Additionally, the podcast underscores the significance of addressing physiological and muscular issues that may impact feeding. Amy suggests exercises and therapies to tackle sensory system and reflex-related challenges. In conclusion, Amy emphasizes the interconnectedness of sleep and eating, emphasizing the pivotal role of regulatory responses in both aspects.

In a concise summary, sleep and eating issues in babies are interconnected, influenced by hunger, fullness, nutritional needs, and developmental factors. Establishing a consistent sleep routine is crucial, and addressing various factors like muscular or physiological issues is essential for overall well-being. Understanding the connection between sleep and eating facilitates better management of issues in babies and children.


Episode 15

From Crying To Critical Thinking Excellence Begins Here - Special Episode

In this engaging podcast discussion, Amy and Evelyn, neuro-developmental occupational therapists, delve into the critical aspects of learning readiness, regulation, and emotional development, underscoring their pivotal role in achieving academic and behavioral excellence. The conversation emphasizes the significance of addressing precursor skills, including neurochemical components, gross motor skills, balance skills, and sensory systems, as a proactive measure to prevent potential challenges in the future.

Amy and Evelyn shed light on the profound ⁠impact of early intervention⁠ while navigating the complexities of securing services for older children. Their insights extend to practical suggestions for specific issues, such as knee walking and fisted penmanship. The conversation extends to the importance of selecting developmentally appropriate toys and setting limits on screen time. The podcast concludes by encouraging parents to ⁠actively seek support and information,⁠ empowering them to make informed decisions about their child's developmental journey.


Episode 16

Living your Highest Value with Dr. John Demartini

Please note:  Sexual trauma content is discussed during this podcast episode.  Please be advised if listening with sound on before children.  


Evelyn's Question Starts: 42:25 - Ending: 49:51

Rape/Incest Story: Starts: 51:34 - Ends: 54:41

Important note about this podcast: At times during the interview, there were intense moments.  At about mark 42:25, Evelyn shares a question to reflect the pain of those who may be experiencing abuse currently.  We wanted to share this for anyone who may be sensitive to such a discussion at this time.   

Dr. Demartini expresses the approach at about mark 51:34, he suggests that victims of abuse should take. We differ in many ways with his approach. In fact, we differ so strongly that we considered removing that section from the podcast recording. (In short, Dr. Demartini is espousing a particular cognitive approach to dealing with the trauma of abuse. But trauma neurologically affects the amygdala - the more primitive, visceral aspect of our brains - and not the prefrontal cortex - the cognitive, intellectual aspect of our brains. Therefore, the primary approach to healing from the trauma of abuse needs to address the deeper, sub-conscious neurological impact.)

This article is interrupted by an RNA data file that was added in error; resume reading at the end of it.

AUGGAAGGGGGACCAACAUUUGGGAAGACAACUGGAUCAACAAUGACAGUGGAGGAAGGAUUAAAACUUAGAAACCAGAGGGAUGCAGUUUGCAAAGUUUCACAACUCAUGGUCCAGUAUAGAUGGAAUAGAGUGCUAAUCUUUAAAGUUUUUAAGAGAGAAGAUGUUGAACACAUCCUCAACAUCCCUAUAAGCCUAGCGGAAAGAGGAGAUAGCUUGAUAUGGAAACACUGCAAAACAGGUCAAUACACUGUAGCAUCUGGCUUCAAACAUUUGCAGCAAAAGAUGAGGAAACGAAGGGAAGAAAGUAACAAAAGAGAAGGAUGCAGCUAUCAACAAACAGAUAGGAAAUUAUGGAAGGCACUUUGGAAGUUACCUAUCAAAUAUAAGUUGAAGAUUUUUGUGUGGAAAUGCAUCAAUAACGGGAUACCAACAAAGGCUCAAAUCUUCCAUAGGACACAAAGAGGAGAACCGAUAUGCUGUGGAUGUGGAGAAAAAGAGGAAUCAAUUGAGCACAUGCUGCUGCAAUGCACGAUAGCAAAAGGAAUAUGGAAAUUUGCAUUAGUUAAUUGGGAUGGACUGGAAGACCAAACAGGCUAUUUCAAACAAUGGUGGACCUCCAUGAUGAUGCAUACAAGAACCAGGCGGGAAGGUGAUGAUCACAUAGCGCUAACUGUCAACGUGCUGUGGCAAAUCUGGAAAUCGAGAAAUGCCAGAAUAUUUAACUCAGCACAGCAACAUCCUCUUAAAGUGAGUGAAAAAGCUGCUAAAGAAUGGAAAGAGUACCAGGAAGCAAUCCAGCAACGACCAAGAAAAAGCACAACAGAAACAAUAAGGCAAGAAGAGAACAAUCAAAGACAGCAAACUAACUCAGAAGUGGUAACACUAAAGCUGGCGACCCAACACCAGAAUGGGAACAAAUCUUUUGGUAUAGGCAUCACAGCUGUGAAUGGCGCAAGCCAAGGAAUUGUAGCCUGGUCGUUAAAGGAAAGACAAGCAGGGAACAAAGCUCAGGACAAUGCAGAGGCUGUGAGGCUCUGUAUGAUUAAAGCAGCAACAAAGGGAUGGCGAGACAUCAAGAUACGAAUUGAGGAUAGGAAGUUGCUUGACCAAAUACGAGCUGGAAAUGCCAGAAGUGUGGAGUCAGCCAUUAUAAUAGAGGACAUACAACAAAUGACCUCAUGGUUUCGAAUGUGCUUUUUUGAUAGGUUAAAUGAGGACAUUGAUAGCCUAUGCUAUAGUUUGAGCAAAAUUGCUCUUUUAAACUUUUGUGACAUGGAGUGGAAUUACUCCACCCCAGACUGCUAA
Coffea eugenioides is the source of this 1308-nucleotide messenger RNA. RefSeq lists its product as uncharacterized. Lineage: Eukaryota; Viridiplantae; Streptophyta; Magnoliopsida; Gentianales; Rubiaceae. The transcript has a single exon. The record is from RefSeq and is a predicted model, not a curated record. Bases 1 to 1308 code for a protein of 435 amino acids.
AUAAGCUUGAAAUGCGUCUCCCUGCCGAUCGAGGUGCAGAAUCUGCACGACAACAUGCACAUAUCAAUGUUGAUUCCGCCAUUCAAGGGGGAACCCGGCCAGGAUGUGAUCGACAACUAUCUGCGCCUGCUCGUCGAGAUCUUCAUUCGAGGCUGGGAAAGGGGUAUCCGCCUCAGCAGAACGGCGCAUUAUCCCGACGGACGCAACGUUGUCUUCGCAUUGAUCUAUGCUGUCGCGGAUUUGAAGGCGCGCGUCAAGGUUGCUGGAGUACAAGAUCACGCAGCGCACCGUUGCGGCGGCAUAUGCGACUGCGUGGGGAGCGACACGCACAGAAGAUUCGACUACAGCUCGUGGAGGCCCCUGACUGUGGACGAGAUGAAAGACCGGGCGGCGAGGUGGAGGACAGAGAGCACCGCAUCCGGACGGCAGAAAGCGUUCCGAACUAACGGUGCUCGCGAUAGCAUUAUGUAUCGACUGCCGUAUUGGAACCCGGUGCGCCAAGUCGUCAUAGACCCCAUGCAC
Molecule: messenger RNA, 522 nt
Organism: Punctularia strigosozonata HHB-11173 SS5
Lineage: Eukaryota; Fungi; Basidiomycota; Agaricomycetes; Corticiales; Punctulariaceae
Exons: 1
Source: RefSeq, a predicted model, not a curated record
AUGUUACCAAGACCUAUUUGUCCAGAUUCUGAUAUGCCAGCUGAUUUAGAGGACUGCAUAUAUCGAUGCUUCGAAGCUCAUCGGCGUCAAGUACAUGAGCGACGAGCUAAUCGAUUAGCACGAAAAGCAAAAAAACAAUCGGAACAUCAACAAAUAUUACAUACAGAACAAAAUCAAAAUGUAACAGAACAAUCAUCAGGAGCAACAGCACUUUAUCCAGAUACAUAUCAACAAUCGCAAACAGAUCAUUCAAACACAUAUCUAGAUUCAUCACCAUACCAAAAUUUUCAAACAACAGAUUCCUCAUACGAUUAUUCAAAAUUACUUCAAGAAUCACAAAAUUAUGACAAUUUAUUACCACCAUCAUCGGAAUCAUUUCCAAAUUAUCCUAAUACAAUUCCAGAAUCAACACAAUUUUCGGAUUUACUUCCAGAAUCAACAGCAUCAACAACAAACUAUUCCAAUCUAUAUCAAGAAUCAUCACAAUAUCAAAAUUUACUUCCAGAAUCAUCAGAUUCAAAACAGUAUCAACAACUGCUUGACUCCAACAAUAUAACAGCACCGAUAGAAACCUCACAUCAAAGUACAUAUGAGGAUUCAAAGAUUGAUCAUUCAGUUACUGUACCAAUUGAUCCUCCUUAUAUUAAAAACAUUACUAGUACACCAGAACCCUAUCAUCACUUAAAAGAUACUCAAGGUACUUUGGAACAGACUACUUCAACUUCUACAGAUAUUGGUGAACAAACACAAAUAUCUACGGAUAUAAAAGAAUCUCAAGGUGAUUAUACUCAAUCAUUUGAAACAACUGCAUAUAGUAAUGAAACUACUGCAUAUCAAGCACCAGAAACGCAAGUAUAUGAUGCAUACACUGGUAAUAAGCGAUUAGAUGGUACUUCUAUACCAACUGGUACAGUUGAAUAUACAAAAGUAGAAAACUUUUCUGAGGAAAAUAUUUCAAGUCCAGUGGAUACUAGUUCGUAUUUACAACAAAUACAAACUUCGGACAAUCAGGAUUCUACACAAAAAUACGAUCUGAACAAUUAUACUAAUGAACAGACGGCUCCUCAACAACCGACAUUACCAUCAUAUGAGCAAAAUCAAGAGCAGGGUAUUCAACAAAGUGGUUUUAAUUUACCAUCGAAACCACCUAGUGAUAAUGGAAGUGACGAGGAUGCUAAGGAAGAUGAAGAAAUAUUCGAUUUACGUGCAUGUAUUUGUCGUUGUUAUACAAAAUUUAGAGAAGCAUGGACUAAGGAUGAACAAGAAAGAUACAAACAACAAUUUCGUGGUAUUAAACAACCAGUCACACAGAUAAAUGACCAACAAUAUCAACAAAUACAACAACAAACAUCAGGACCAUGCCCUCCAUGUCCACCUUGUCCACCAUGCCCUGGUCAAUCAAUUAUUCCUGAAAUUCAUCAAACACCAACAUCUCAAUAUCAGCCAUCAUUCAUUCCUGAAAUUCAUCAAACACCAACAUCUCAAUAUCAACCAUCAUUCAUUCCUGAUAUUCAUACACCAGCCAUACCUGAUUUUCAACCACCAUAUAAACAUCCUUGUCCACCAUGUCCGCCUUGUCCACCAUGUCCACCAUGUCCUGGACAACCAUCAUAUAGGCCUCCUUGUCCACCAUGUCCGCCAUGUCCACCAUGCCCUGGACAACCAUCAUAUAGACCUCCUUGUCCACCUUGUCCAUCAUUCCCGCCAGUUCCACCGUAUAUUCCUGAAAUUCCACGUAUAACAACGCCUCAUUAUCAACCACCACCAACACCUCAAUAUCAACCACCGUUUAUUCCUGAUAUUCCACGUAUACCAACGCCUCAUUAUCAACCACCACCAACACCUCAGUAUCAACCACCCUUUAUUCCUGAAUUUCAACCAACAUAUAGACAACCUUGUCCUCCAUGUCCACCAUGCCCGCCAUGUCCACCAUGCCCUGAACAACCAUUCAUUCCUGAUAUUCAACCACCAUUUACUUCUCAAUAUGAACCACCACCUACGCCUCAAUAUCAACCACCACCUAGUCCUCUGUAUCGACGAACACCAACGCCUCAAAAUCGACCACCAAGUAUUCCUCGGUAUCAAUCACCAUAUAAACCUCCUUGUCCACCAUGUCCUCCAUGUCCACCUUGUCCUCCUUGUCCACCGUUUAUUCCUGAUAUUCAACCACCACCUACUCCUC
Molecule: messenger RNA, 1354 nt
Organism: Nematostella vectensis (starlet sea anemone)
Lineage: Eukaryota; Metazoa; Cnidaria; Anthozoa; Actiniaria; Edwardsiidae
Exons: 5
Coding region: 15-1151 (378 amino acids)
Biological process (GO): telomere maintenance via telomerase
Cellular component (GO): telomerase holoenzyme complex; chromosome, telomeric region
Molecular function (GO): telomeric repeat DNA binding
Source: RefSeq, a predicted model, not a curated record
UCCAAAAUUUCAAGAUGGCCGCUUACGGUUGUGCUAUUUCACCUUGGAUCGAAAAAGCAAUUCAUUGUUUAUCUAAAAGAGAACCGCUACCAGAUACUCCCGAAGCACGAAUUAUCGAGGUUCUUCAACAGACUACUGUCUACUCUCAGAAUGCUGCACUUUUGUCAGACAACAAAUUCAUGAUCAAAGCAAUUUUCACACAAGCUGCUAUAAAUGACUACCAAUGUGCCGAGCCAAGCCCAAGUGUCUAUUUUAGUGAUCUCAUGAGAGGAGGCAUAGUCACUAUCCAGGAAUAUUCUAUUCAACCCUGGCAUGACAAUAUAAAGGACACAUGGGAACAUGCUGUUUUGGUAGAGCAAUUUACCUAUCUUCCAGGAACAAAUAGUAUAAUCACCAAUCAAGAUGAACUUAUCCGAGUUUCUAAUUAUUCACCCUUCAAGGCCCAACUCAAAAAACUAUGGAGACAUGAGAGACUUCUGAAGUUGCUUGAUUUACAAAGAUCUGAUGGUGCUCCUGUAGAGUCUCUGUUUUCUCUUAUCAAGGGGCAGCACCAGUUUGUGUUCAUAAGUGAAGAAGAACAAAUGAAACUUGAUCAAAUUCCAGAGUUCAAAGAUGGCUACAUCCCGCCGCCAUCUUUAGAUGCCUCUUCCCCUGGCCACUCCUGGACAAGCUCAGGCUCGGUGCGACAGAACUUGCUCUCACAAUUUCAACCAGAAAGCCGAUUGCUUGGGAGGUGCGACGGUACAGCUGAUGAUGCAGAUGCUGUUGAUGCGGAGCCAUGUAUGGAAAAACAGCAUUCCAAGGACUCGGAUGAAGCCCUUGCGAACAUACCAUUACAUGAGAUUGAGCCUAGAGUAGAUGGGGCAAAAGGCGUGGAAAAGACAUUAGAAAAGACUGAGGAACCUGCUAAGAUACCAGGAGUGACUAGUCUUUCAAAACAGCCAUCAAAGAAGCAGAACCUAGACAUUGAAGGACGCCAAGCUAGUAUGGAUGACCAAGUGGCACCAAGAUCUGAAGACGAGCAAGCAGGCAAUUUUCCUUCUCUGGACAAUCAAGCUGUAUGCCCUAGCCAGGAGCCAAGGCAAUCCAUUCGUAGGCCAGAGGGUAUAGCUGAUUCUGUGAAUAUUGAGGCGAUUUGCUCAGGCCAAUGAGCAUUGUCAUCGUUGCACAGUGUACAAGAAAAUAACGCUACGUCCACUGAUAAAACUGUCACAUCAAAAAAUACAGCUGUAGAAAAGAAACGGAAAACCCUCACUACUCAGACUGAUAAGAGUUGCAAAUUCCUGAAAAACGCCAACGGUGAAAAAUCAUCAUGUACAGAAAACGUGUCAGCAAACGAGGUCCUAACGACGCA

In the end, however, we decided to leave the section in, because we respect the right of others to express opinions different than our own. Additionally, we feel that there are a small number of situations where his approach may be valid. But if you have suffered abuse, be aware that this section may be both triggering and potentially unhelpful. 

Episode 17

Navigating Self - Regulation for All Ages

The podcast episode discusses the topic of self-regulation and its development throughout different stages of life. Amy and Evelyn explain that babies are not born with the ability to regulate themselves and that self-regulation is a skill that needs to be learned. They introduce the concept of the "fourth trimester," which refers to the period after birth when babies still require external help to regulate their physiological responses.

Amy and Evelyn emphasize the role of co-regulation in the development of self-regulation in babies, highlighting the importance of caregivers providing a regulated and calm environment. They also stress the significance of taking care of basic physiological functions, such as sleep and eating, as building blocks for self-regulation.

They mention that self-regulation is not a static process and can change throughout life, emphasizing the need for personalized techniques and self-awareness. They conclude by highlighting the importance of self-regulation in executive functioning, emotional regulation, and interpersonal connections, and invite listeners to join their self-regulation challenge.

Episode 18

Pacifiers, Pens, and Nails! Oh my! Getting to the Root of Mouthing Habits

Amy and Evelyn discuss the topic of mouthing habits, focusing on pacifiers, pens, and nails. They explain the importance of oral stimulation for a baby's development and the impact of persistent mouthing habits on older children and adults. They provide insights into the factors contributing to mouthing habits and emphasize the need to address the underlying source of the habit. Amy and Evelyn also discuss the appropriate age to wean a child off a pacifier and stress the importance of recognizing the social and emotional factors associated with mouthing habits.